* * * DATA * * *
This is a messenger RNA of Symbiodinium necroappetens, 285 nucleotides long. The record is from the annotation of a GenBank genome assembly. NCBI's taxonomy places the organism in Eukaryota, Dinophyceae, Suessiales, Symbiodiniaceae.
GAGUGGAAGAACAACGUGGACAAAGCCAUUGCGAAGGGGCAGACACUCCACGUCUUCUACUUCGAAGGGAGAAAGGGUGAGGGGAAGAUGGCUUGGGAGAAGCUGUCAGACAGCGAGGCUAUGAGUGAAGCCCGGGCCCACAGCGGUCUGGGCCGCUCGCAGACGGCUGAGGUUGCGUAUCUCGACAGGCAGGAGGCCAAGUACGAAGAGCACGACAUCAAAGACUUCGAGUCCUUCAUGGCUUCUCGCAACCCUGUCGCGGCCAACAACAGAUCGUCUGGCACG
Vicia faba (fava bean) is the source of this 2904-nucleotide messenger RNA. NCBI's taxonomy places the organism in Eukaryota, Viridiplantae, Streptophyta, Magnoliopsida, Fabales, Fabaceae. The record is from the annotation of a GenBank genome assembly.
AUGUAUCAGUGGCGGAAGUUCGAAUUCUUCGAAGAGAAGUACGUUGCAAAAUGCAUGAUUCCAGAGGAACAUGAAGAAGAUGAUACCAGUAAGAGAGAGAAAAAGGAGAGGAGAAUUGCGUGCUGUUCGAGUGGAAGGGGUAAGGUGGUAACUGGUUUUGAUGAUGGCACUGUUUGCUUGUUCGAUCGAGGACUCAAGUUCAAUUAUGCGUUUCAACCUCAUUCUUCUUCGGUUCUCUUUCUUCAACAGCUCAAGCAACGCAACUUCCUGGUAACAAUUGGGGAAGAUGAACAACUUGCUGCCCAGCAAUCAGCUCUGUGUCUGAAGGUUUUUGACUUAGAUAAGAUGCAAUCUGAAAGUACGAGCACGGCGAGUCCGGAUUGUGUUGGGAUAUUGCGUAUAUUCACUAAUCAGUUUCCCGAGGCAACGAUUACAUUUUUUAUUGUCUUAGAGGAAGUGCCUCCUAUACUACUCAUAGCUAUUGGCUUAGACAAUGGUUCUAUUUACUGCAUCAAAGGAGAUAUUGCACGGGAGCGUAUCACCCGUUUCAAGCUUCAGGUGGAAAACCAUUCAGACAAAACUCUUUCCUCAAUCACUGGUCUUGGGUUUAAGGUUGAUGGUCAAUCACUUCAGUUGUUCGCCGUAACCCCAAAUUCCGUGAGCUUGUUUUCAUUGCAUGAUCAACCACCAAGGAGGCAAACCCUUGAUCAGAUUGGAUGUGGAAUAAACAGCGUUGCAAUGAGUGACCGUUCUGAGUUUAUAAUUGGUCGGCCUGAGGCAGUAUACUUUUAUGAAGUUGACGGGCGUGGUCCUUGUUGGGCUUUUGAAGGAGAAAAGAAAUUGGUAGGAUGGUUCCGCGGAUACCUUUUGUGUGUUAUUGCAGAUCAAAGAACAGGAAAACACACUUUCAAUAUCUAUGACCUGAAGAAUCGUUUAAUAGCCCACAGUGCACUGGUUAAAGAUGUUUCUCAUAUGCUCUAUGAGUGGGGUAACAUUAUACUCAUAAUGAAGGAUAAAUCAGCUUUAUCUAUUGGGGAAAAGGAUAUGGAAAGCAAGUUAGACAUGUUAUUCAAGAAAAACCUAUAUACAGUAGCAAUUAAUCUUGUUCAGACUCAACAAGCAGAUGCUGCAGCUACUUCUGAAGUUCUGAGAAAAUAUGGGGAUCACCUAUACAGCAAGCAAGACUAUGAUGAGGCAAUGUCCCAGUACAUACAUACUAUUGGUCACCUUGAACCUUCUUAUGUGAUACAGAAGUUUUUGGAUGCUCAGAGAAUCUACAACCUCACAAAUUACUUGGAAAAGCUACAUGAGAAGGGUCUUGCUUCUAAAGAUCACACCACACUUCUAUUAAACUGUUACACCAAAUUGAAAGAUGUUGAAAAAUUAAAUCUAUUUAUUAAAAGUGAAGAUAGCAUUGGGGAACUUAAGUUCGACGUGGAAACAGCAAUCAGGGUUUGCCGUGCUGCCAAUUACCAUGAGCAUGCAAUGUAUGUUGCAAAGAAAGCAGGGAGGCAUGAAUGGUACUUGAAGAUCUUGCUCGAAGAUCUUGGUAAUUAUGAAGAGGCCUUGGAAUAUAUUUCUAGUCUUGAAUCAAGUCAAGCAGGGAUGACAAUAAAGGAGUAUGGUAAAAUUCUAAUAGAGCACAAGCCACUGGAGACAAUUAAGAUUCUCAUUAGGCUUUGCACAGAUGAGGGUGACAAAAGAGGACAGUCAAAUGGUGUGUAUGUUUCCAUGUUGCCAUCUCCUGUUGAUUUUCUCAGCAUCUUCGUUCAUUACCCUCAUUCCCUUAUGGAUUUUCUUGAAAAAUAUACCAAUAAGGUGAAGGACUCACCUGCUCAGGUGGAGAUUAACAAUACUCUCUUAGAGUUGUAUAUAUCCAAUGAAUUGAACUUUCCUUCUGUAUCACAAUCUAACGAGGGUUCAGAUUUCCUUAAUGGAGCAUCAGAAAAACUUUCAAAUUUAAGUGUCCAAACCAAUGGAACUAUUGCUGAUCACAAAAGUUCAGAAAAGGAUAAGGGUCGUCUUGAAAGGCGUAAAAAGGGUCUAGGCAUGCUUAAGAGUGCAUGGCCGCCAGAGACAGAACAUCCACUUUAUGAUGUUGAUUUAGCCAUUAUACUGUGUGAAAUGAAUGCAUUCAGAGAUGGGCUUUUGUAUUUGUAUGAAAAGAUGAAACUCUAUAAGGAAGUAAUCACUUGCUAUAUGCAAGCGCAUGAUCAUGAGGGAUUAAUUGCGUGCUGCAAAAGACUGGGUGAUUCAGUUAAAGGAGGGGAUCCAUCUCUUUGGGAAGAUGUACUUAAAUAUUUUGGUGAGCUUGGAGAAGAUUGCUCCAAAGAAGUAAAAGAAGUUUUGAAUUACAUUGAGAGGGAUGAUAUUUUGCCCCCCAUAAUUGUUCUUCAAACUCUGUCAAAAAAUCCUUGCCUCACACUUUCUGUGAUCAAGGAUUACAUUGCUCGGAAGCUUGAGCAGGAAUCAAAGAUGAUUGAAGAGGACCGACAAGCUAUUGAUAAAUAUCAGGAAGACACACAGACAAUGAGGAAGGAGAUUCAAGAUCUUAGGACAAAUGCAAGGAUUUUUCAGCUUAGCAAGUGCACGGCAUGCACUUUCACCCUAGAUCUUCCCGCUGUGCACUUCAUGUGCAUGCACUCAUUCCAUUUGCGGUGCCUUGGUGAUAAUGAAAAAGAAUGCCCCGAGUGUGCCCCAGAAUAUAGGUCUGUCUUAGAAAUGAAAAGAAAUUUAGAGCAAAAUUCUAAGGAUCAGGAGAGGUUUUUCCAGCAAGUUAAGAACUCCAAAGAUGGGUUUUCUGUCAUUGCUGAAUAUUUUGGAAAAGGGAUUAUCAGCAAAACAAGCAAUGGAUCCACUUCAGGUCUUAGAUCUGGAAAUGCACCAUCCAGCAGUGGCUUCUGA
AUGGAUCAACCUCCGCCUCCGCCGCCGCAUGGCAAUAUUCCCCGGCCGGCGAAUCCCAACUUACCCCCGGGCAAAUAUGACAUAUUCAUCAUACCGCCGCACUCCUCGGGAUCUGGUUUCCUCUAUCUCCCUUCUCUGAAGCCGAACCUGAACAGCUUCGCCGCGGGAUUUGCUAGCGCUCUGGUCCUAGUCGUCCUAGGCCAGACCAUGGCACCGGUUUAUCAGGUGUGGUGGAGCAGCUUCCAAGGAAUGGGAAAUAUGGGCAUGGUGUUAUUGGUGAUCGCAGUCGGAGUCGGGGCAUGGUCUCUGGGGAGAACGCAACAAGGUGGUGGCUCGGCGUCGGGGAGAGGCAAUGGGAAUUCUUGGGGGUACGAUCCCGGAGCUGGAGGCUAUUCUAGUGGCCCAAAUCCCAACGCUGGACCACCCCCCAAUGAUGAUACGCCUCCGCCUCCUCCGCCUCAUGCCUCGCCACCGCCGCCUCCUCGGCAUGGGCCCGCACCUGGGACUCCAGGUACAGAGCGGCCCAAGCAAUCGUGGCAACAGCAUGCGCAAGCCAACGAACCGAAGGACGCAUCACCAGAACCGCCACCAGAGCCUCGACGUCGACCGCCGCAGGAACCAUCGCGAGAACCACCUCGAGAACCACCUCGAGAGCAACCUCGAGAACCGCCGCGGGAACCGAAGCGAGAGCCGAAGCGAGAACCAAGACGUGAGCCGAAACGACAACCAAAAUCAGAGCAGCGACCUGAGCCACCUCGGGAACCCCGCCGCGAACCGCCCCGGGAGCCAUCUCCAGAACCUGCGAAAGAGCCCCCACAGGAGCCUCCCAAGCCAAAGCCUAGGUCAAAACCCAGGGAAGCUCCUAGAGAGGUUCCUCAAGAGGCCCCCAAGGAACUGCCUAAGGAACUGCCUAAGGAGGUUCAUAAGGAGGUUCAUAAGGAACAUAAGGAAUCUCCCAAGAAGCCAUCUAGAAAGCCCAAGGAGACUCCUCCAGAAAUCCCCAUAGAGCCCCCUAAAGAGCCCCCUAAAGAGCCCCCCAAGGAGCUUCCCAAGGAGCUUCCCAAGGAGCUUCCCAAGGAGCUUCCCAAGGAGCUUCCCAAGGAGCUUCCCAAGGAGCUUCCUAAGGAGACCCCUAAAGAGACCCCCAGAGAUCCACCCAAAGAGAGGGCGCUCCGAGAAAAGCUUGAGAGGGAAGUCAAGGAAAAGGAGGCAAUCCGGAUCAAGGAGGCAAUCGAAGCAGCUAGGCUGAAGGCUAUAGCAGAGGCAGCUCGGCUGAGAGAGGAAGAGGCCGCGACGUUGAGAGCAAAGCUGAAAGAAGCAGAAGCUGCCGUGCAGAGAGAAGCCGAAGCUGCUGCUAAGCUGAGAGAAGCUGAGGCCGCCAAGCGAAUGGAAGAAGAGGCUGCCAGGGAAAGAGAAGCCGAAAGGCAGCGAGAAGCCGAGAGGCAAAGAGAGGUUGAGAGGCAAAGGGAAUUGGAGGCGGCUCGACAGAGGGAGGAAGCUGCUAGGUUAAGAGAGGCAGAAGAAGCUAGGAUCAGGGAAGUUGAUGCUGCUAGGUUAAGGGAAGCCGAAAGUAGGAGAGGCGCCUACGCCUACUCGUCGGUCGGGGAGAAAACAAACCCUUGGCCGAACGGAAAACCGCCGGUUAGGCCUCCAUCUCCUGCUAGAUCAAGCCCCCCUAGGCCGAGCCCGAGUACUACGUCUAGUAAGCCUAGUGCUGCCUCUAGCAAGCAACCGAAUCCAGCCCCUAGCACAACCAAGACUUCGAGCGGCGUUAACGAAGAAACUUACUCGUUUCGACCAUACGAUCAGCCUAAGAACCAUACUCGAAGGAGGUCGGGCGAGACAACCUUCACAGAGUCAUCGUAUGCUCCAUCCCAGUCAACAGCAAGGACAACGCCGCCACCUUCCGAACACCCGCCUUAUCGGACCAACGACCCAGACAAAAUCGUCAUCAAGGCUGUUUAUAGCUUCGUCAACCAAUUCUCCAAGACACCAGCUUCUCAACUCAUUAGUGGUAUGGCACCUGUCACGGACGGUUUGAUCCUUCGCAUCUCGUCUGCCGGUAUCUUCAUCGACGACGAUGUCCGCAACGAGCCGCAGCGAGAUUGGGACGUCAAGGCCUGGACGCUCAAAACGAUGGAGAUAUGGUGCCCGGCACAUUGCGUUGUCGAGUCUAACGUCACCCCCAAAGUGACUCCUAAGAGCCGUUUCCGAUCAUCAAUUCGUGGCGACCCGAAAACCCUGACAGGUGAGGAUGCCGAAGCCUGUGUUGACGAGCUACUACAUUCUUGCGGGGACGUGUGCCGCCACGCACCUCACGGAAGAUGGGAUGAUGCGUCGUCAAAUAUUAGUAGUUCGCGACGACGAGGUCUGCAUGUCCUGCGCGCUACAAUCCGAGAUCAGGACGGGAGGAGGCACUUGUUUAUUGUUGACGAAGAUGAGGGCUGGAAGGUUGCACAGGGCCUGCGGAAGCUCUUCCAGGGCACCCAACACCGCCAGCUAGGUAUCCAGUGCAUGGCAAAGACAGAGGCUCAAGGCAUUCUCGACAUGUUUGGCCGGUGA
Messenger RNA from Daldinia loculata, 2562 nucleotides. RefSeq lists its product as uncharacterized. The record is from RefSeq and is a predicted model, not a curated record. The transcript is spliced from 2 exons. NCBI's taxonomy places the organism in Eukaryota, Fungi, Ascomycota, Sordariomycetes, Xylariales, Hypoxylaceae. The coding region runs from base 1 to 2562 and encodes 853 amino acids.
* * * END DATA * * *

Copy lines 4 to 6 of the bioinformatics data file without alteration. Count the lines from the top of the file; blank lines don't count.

AUGUAUCAGUGGCGGAAGUUCGAAUUCUUCGAAGAGAAGUACGUUGCAAAAUGCAUGAUUCCAGAGGAACAUGAAGAAGAUGAUACCAGUAAGAGAGAGAAAAAGGAGAGGAGAAUUGCGUGCUGUUCGAGUGGAAGGGGUAAGGUGGUAACUGGUUUUGAUGAUGGCACUGUUUGCUUGUUCGAUCGAGGACUCAAGUUCAAUUAUGCGUUUCAACCUCAUUCUUCUUCGGUUCUCUUUCUUCAACAGCUCAAGCAACGCAACUUCCUGGUAACAAUUGGGGAAGAUGAACAACUUGCUGCCCAGCAAUCAGCUCUGUGUCUGAAGGUUUUUGACUUAGAUAAGAUGCAAUCUGAAAGUACGAGCACGGCGAGUCCGGAUUGUGUUGGGAUAUUGCGUAUAUUCACUAAUCAGUUUCCCGAGGCAACGAUUACAUUUUUUAUUGUCUUAGAGGAAGUGCCUCCUAUACUACUCAUAGCUAUUGGCUUAGACAAUGGUUCUAUUUACUGCAUCAAAGGAGAUAUUGCACGGGAGCGUAUCACCCGUUUCAAGCUUCAGGUGGAAAACCAUUCAGACAAAACUCUUUCCUCAAUCACUGGUCUUGGGUUUAAGGUUGAUGGUCAAUCACUUCAGUUGUUCGCCGUAACCCCAAAUUCCGUGAGCUUGUUUUCAUUGCAUGAUCAACCACCAAGGAGGCAAACCCUUGAUCAGAUUGGAUGUGGAAUAAACAGCGUUGCAAUGAGUGACCGUUCUGAGUUUAUAAUUGGUCGGCCUGAGGCAGUAUACUUUUAUGAAGUUGACGGGCGUGGUCCUUGUUGGGCUUUUGAAGGAGAAAAGAAAUUGGUAGGAUGGUUCCGCGGAUACCUUUUGUGUGUUAUUGCAGAUCAAAGAACAGGAAAACACACUUUCAAUAUCUAUGACCUGAAGAAUCGUUUAAUAGCCCACAGUGCACUGGUUAAAGAUGUUUCUCAUAUGCUCUAUGAGUGGGGUAACAUUAUACUCAUAAUGAAGGAUAAAUCAGCUUUAUCUAUUGGGGAAAAGGAUAUGGAAAGCAAGUUAGACAUGUUAUUCAAGAAAAACCUAUAUACAGUAGCAAUUAAUCUUGUUCAGACUCAACAAGCAGAUGCUGCAGCUACUUCUGAAGUUCUGAGAAAAUAUGGGGAUCACCUAUACAGCAAGCAAGACUAUGAUGAGGCAAUGUCCCAGUACAUACAUACUAUUGGUCACCUUGAACCUUCUUAUGUGAUACAGAAGUUUUUGGAUGCUCAGAGAAUCUACAACCUCACAAAUUACUUGGAAAAGCUACAUGAGAAGGGUCUUGCUUCUAAAGAUCACACCACACUUCUAUUAAACUGUUACACCAAAUUGAAAGAUGUUGAAAAAUUAAAUCUAUUUAUUAAAAGUGAAGAUAGCAUUGGGGAACUUAAGUUCGACGUGGAAACAGCAAUCAGGGUUUGCCGUGCUGCCAAUUACCAUGAGCAUGCAAUGUAUGUUGCAAAGAAAGCAGGGAGGCAUGAAUGGUACUUGAAGAUCUUGCUCGAAGAUCUUGGUAAUUAUGAAGAGGCCUUGGAAUAUAUUUCUAGUCUUGAAUCAAGUCAAGCAGGGAUGACAAUAAAGGAGUAUGGUAAAAUUCUAAUAGAGCACAAGCCACUGGAGACAAUUAAGAUUCUCAUUAGGCUUUGCACAGAUGAGGGUGACAAAAGAGGACAGUCAAAUGGUGUGUAUGUUUCCAUGUUGCCAUCUCCUGUUGAUUUUCUCAGCAUCUUCGUUCAUUACCCUCAUUCCCUUAUGGAUUUUCUUGAAAAAUAUACCAAUAAGGUGAAGGACUCACCUGCUCAGGUGGAGAUUAACAAUACUCUCUUAGAGUUGUAUAUAUCCAAUGAAUUGAACUUUCCUUCUGUAUCACAAUCUAACGAGGGUUCAGAUUUCCUUAAUGGAGCAUCAGAAAAACUUUCAAAUUUAAGUGUCCAAACCAAUGGAACUAUUGCUGAUCACAAAAGUUCAGAAAAGGAUAAGGGUCGUCUUGAAAGGCGUAAAAAGGGUCUAGGCAUGCUUAAGAGUGCAUGGCCGCCAGAGACAGAACAUCCACUUUAUGAUGUUGAUUUAGCCAUUAUACUGUGUGAAAUGAAUGCAUUCAGAGAUGGGCUUUUGUAUUUGUAUGAAAAGAUGAAACUCUAUAAGGAAGUAAUCACUUGCUAUAUGCAAGCGCAUGAUCAUGAGGGAUUAAUUGCGUGCUGCAAAAGACUGGGUGAUUCAGUUAAAGGAGGGGAUCCAUCUCUUUGGGAAGAUGUACUUAAAUAUUUUGGUGAGCUUGGAGAAGAUUGCUCCAAAGAAGUAAAAGAAGUUUUGAAUUACAUUGAGAGGGAUGAUAUUUUGCCCCCCAUAAUUGUUCUUCAAACUCUGUCAAAAAAUCCUUGCCUCACACUUUCUGUGAUCAAGGAUUACAUUGCUCGGAAGCUUGAGCAGGAAUCAAAGAUGAUUGAAGAGGACCGACAAGCUAUUGAUAAAUAUCAGGAAGACACACAGACAAUGAGGAAGGAGAUUCAAGAUCUUAGGACAAAUGCAAGGAUUUUUCAGCUUAGCAAGUGCACGGCAUGCACUUUCACCCUAGAUCUUCCCGCUGUGCACUUCAUGUGCAUGCACUCAUUCCAUUUGCGGUGCCUUGGUGAUAAUGAAAAAGAAUGCCCCGAGUGUGCCCCAGAAUAUAGGUCUGUCUUAGAAAUGAAAAGAAAUUUAGAGCAAAAUUCUAAGGAUCAGGAGAGGUUUUUCCAGCAAGUUAAGAACUCCAAAGAUGGGUUUUCUGUCAUUGCUGAAUAUUUUGGAAAAGGGAUUAUCAGCAAAACAAGCAAUGGAUCCACUUCAGGUCUUAGAUCUGGAAAUGCACCAUCCAGCAGUGGCUUCUGA
AUGGAUCAACCUCCGCCUCCGCCGCCGCAUGGCAAUAUUCCCCGGCCGGCGAAUCCCAACUUACCCCCGGGCAAAUAUGACAUAUUCAUCAUACCGCCGCACUCCUCGGGAUCUGGUUUCCUCUAUCUCCCUUCUCUGAAGCCGAACCUGAACAGCUUCGCCGCGGGAUUUGCUAGCGCUCUGGUCCUAGUCGUCCUAGGCCAGACCAUGGCACCGGUUUAUCAGGUGUGGUGGAGCAGCUUCCAAGGAAUGGGAAAUAUGGGCAUGGUGUUAUUGGUGAUCGCAGUCGGAGUCGGGGCAUGGUCUCUGGGGAGAACGCAACAAGGUGGUGGCUCGGCGUCGGGGAGAGGCAAUGGGAAUUCUUGGGGGUACGAUCCCGGAGCUGGAGGCUAUUCUAGUGGCCCAAAUCCCAACGCUGGACCACCCCCCAAUGAUGAUACGCCUCCGCCUCCUCCGCCUCAUGCCUCGCCACCGCCGCCUCCUCGGCAUGGGCCCGCACCUGGGACUCCAGGUACAGAGCGGCCCAAGCAAUCGUGGCAACAGCAUGCGCAAGCCAACGAACCGAAGGACGCAUCACCAGAACCGCCACCAGAGCCUCGACGUCGACCGCCGCAGGAACCAUCGCGAGAACCACCUCGAGAACCACCUCGAGAGCAACCUCGAGAACCGCCGCGGGAACCGAAGCGAGAGCCGAAGCGAGAACCAAGACGUGAGCCGAAACGACAACCAAAAUCAGAGCAGCGACCUGAGCCACCUCGGGAACCCCGCCGCGAACCGCCCCGGGAGCCAUCUCCAGAACCUGCGAAAGAGCCCCCACAGGAGCCUCCCAAGCCAAAGCCUAGGUCAAAACCCAGGGAAGCUCCUAGAGAGGUUCCUCAAGAGGCCCCCAAGGAACUGCCUAAGGAACUGCCUAAGGAGGUUCAUAAGGAGGUUCAUAAGGAACAUAAGGAAUCUCCCAAGAAGCCAUCUAGAAAGCCCAAGGAGACUCCUCCAGAAAUCCCCAUAGAGCCCCCUAAAGAGCCCCCUAAAGAGCCCCCCAAGGAGCUUCCCAAGGAGCUUCCCAAGGAGCUUCCCAAGGAGCUUCCCAAGGAGCUUCCCAAGGAGCUUCCCAAGGAGCUUCCUAAGGAGACCCCUAAAGAGACCCCCAGAGAUCCACCCAAAGAGAGGGCGCUCCGAGAAAAGCUUGAGAGGGAAGUCAAGGAAAAGGAGGCAAUCCGGAUCAAGGAGGCAAUCGAAGCAGCUAGGCUGAAGGCUAUAGCAGAGGCAGCUCGGCUGAGAGAGGAAGAGGCCGCGACGUUGAGAGCAAAGCUGAAAGAAGCAGAAGCUGCCGUGCAGAGAGAAGCCGAAGCUGCUGCUAAGCUGAGAGAAGCUGAGGCCGCCAAGCGAAUGGAAGAAGAGGCUGCCAGGGAAAGAGAAGCCGAAAGGCAGCGAGAAGCCGAGAGGCAAAGAGAGGUUGAGAGGCAAAGGGAAUUGGAGGCGGCUCGACAGAGGGAGGAAGCUGCUAGGUUAAGAGAGGCAGAAGAAGCUAGGAUCAGGGAAGUUGAUGCUGCUAGGUUAAGGGAAGCCGAAAGUAGGAGAGGCGCCUACGCCUACUCGUCGGUCGGGGAGAAAACAAACCCUUGGCCGAACGGAAAACCGCCGGUUAGGCCUCCAUCUCCUGCUAGAUCAAGCCCCCCUAGGCCGAGCCCGAGUACUACGUCUAGUAAGCCUAGUGCUGCCUCUAGCAAGCAACCGAAUCCAGCCCCUAGCACAACCAAGACUUCGAGCGGCGUUAACGAAGAAACUUACUCGUUUCGACCAUACGAUCAGCCUAAGAACCAUACUCGAAGGAGGUCGGGCGAGACAACCUUCACAGAGUCAUCGUAUGCUCCAUCCCAGUCAACAGCAAGGACAACGCCGCCACCUUCCGAACACCCGCCUUAUCGGACCAACGACCCAGACAAAAUCGUCAUCAAGGCUGUUUAUAGCUUCGUCAACCAAUUCUCCAAGACACCAGCUUCUCAACUCAUUAGUGGUAUGGCACCUGUCACGGACGGUUUGAUCCUUCGCAUCUCGUCUGCCGGUAUCUUCAUCGACGACGAUGUCCGCAACGAGCCGCAGCGAGAUUGGGACGUCAAGGCCUGGACGCUCAAAACGAUGGAGAUAUGGUGCCCGGCACAUUGCGUUGUCGAGUCUAACGUCACCCCCAAAGUGACUCCUAAGAGCCGUUUCCGAUCAUCAAUUCGUGGCGACCCGAAAACCCUGACAGGUGAGGAUGCCGAAGCCUGUGUUGACGAGCUACUACAUUCUUGCGGGGACGUGUGCCGCCACGCACCUCACGGAAGAUGGGAUGAUGCGUCGUCAAAUAUUAGUAGUUCGCGACGACGAGGUCUGCAUGUCCUGCGCGCUACAAUCCGAGAUCAGGACGGGAGGAGGCACUUGUUUAUUGUUGACGAAGAUGAGGGCUGGAAGGUUGCACAGGGCCUGCGGAAGCUCUUCCAGGGCACCCAACACCGCCAGCUAGGUAUCCAGUGCAUGGCAAAGACAGAGGCUCAAGGCAUUCUCGACAUGUUUGGCCGGUGA
Messenger RNA from Daldinia loculata, 2562 nucleotides. RefSeq lists its product as uncharacterized. The record is from RefSeq and is a predicted model, not a curated record. The transcript is spliced from 2 exons. NCBI's taxonomy places the organism in Eukaryota, Fungi, Ascomycota, Sordariomycetes, Xylariales, Hypoxylaceae. The coding region runs from base 1 to 2562 and encodes 853 amino acids.